I was eight (and a half) years old on Tuesday, August 16, 1977. That was the day that Elvis Presley died.
I don’t remember where I was when I first heard the news, but the specific memory of his death is distinct in my mind. What I do remember is humbly asking my mother “Who is Elvis?” It’s likely she doesn’t remember my asking her that, but I do, as clearly as I remember her reply, “He was famous, he was the King.”
Mom and Dad had only one Elvis album, and if it weren’t for the event of his passing my curiosity would have likely never been sparked, but as it goes it was, I listened to that album. At eight years old I was captivated by songs like Hound Dog, Don’t Be Cruel, Heartbreak Hotel and Jailhouse Rock, and although the music was twenty years old, it was new to me. Elvis was my entree to popular music.
In 1977 we didn’t have the luxury of the internet. I couldn’t put imagery with the sounds I heard, nor did I need to. MTV wouldn’t be a reality until August of 1981, and back then we relied on our ears to discern the sounds we liked and didn’t like. My ears told me that Elvis was good when I was eight years old, but it took me another three decades to understand how good… to really understand why Elvis matters.
John Lennon said, “Before Elvis there was nothing”. I could probably hinge this whole article on that statement, but it falls short of the bigger picture of perspective. At the end of the day, Elvis was an extremely talented singer with seething sex appeal and a demure yet charming disposition, who won super-stardom’s lottery – being in the right place at the right time.
So if there was nothing before Elvis as Lennon suggests, wouldn’t that make it easy to achieve greatness in an environment with no competition? One might think so, yet few of his contemporaries achieved even a fraction of the success and notoriety of Elvis Presley. Putting his movie career aside, when Elvis performed on stage he did it in a way that inspired a generation of performers, changing the way that live performance happened along the way. Above all else, Elvis Presley matters because his successors, as well as his predecessors say he does.
He helped to kill off the influence of me and my contemporaries, but I respect him for that. Because music always has to progress, and no one could have opened the door to the future like he did.
I’m sitting in the drive-through and I’ve got my three girls in the back and this station comes on and it’s playing “Jailhouse Rock”, the original version, and my girls are jumping up and down, going nuts. I’m looking around at them and they’ve heard Dad’s music all the time and I don’t see that out of them.
It was like he came along and whispered some dream in everybody’s ear, and somehow we all dreamed it.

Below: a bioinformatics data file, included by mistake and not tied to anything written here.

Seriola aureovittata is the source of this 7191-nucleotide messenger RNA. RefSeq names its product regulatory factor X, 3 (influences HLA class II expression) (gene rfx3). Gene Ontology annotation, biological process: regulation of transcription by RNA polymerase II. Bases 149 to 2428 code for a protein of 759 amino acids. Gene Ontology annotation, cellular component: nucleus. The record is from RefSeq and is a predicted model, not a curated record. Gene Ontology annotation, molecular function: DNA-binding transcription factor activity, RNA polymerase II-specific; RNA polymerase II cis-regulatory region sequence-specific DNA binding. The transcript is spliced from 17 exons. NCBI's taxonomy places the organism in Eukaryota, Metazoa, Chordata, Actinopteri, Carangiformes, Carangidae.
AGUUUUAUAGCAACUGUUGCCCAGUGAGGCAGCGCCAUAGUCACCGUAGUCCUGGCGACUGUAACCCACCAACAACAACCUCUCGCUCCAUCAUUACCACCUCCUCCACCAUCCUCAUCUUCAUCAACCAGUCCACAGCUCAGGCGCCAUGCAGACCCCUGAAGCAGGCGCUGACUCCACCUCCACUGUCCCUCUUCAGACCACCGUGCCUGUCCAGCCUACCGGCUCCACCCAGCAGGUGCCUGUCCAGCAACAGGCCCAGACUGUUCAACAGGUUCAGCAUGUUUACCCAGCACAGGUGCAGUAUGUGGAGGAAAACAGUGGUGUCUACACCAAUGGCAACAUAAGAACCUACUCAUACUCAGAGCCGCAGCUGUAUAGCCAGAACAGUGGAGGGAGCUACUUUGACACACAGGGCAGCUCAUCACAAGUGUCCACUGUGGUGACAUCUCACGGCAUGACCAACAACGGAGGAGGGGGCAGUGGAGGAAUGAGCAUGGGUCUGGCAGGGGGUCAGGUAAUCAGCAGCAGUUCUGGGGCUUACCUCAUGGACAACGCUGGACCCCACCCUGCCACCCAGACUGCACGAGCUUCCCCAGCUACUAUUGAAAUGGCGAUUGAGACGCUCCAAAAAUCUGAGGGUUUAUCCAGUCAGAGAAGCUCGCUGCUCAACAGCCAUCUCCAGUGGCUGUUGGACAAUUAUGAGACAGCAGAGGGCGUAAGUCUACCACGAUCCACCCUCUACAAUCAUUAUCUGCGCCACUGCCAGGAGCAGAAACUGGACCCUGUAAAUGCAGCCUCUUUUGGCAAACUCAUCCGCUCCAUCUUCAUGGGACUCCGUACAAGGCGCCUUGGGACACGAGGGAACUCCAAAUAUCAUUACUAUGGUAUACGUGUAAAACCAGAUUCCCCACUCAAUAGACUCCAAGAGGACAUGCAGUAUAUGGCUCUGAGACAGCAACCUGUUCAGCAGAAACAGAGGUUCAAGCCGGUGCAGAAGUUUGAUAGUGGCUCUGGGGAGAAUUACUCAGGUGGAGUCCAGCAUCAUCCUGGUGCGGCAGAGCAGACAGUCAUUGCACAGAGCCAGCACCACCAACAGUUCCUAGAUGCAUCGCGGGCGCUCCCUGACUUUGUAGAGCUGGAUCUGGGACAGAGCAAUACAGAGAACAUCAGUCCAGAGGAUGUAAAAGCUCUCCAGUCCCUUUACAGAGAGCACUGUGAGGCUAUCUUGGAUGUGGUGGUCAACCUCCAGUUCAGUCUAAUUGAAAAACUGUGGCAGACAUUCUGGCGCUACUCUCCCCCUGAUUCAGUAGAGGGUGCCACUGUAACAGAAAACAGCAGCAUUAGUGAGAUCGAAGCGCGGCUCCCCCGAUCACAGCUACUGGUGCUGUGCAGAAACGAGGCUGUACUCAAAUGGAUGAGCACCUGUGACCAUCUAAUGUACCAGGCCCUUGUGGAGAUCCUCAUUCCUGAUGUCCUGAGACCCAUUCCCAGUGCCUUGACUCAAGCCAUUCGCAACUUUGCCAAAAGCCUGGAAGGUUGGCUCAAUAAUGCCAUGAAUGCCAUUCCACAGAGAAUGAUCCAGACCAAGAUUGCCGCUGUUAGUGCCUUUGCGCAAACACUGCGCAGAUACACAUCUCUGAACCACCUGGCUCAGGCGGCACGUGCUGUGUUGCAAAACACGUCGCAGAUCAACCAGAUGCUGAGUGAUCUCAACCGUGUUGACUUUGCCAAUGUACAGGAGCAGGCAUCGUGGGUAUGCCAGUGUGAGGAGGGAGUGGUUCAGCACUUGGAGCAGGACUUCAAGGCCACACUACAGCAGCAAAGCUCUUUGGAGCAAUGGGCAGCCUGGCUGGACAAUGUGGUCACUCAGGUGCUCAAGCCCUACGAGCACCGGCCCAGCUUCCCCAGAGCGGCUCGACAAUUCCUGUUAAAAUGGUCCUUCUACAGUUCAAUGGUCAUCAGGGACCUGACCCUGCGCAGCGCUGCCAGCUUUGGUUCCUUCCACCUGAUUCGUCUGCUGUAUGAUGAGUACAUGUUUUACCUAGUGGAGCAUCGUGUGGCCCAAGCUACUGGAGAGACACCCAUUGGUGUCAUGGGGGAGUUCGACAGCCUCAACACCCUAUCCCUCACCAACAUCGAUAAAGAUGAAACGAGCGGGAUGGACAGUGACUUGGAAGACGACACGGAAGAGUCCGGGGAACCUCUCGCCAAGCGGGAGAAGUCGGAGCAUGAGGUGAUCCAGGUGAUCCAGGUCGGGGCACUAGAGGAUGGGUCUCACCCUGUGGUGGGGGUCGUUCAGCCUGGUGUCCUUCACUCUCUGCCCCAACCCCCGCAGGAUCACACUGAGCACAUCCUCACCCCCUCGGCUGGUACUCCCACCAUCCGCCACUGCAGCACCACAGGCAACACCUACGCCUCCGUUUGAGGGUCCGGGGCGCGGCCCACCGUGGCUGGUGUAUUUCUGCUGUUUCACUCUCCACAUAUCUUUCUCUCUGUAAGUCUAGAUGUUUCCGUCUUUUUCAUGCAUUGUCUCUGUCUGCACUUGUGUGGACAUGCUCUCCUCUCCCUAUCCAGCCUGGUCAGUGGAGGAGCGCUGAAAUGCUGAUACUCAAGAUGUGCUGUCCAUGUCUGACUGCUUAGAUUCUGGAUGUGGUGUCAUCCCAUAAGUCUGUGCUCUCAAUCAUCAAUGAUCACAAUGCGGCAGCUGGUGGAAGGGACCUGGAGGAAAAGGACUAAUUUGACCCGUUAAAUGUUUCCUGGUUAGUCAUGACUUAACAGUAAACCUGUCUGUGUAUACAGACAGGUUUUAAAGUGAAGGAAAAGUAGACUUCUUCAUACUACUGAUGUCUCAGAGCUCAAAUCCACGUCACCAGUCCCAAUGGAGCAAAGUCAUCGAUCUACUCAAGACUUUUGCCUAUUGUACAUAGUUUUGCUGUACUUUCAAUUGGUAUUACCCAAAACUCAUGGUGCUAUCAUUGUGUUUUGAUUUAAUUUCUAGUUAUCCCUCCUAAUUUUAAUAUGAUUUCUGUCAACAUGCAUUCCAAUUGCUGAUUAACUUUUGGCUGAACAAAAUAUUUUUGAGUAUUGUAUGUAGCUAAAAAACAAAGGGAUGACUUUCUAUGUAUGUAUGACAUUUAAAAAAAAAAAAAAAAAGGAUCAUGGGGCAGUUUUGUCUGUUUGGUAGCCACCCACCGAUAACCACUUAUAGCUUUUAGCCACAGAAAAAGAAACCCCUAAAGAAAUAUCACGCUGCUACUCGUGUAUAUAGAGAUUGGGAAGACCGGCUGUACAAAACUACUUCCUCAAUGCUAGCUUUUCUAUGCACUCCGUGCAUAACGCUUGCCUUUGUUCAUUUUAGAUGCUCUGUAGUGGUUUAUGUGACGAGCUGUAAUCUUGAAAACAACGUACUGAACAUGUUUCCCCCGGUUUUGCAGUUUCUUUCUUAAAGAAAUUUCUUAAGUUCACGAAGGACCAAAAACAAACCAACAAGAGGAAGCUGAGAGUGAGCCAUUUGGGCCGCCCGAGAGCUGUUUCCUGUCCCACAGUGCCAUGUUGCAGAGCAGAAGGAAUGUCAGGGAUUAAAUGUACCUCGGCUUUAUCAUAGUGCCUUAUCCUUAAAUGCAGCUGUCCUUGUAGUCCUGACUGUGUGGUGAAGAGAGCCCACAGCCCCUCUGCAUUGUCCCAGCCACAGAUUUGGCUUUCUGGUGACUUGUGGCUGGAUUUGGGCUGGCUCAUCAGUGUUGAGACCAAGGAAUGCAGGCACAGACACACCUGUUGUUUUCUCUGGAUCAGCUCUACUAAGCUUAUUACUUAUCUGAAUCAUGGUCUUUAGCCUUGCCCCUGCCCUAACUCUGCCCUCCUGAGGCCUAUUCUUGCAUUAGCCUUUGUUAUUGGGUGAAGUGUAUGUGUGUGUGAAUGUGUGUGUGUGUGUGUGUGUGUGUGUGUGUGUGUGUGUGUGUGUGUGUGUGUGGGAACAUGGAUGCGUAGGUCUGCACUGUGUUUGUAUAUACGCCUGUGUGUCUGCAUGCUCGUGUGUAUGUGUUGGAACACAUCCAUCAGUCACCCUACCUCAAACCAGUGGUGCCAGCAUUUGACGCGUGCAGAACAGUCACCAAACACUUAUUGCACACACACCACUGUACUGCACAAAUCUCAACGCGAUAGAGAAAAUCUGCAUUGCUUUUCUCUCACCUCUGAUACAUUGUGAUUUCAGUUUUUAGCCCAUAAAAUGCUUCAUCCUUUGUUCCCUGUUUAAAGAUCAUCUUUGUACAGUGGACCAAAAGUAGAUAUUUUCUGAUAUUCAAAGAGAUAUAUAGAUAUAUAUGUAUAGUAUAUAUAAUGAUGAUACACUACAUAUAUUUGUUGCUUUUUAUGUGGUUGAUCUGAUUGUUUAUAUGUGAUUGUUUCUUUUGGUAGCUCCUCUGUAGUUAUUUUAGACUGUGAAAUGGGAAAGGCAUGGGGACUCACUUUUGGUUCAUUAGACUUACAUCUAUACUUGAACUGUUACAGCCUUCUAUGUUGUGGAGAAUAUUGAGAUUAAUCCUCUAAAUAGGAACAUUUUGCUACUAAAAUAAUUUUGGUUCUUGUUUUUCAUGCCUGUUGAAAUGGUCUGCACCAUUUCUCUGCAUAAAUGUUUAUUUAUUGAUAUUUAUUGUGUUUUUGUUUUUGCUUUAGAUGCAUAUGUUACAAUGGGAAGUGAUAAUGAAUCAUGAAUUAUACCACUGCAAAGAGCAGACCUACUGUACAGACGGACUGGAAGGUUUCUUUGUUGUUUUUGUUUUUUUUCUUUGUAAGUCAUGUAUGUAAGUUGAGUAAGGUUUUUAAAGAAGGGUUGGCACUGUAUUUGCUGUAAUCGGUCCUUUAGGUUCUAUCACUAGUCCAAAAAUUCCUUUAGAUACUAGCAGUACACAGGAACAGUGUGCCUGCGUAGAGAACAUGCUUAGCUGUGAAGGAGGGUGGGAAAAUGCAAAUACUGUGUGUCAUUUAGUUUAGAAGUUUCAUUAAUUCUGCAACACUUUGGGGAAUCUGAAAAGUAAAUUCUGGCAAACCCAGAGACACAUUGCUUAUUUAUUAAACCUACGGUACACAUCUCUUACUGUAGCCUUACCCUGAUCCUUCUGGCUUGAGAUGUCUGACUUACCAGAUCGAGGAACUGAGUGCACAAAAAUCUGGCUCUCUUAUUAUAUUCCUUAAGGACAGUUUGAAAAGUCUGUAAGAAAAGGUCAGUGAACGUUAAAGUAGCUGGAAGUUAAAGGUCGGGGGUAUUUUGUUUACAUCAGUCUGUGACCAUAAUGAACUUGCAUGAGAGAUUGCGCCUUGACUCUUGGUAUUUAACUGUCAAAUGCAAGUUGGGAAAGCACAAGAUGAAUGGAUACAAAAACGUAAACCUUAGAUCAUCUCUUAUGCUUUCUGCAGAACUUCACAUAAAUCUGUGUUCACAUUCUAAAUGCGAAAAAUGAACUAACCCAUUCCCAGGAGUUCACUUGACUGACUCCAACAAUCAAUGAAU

If it hadn’t been for Elvis, I don’t know where popular music would be. He was the one that started it all off, and he was definitely the start of it for me.”
It’s rare when an artist’s talent can touch an entire generation of people. It’s even rarer when that same influence affects several generations. Elvis made an imprint on the world of pop music unequaled by any other single performer.
Elvis is the greatest cultural force in the twentieth century. He introduced the beat to everything, music, language, clothes, it’s a whole new social revolution – the 1960’s comes from it.
A lot of people have accused Elvis of stealing the black man’s music, when in fact, almost every black solo entertainer copied his stage mannerisms from Elvis.
I remember Elvis as a young man hanging around the Sun studios. Even then, I knew this kid had a tremendous talent. He was a dynamic young boy. His phraseology, his way of looking at a song, was as unique as Sinatra’s. I was a tremendous fan, and had Elvis lived, there would have been no end to his inventiveness.
Before Elvis, everything was in black and white. Then came Elvis. Zoom, glorious Technicolor.
And the list goes on and on. Elvis Presley’s mannerisms and performance style inspired – by their own admission – The Beatles, Robert Plant, Jim Morrison, Mick Jagger, Rod Stewart and countless others.
MTV’s Unplugged is Elvis, live performance as we know it is Elvis, the record industry itself is Elvis, today’s popular music, as well as popular music in general is in essence the echo of Elvis Presley. The most telling quote of all was that of Bing Crosby, “No one could have opened the door to the future like he did”.
As each generation goes by, it becomes more and more difficult to understand the immense contribution of Elvis Presley. As a Gen-X’er myself, and for the Y’s, Millenniums as well as everyone that comes after will, like me, exist in a post-Elvis reality. Our perspective is clouded by, well, by perspective itself. We are that future that Bing Crosby speaks of, and so is our popular culture. The “before” is just too foreign to us, and takes more than a casual glance or fleeting thought to truly perceive.
To imagine the world before Elvis Presley would be like trying to imagine a world before the invention of the air conditioner… after them things just got a whole lot cooler.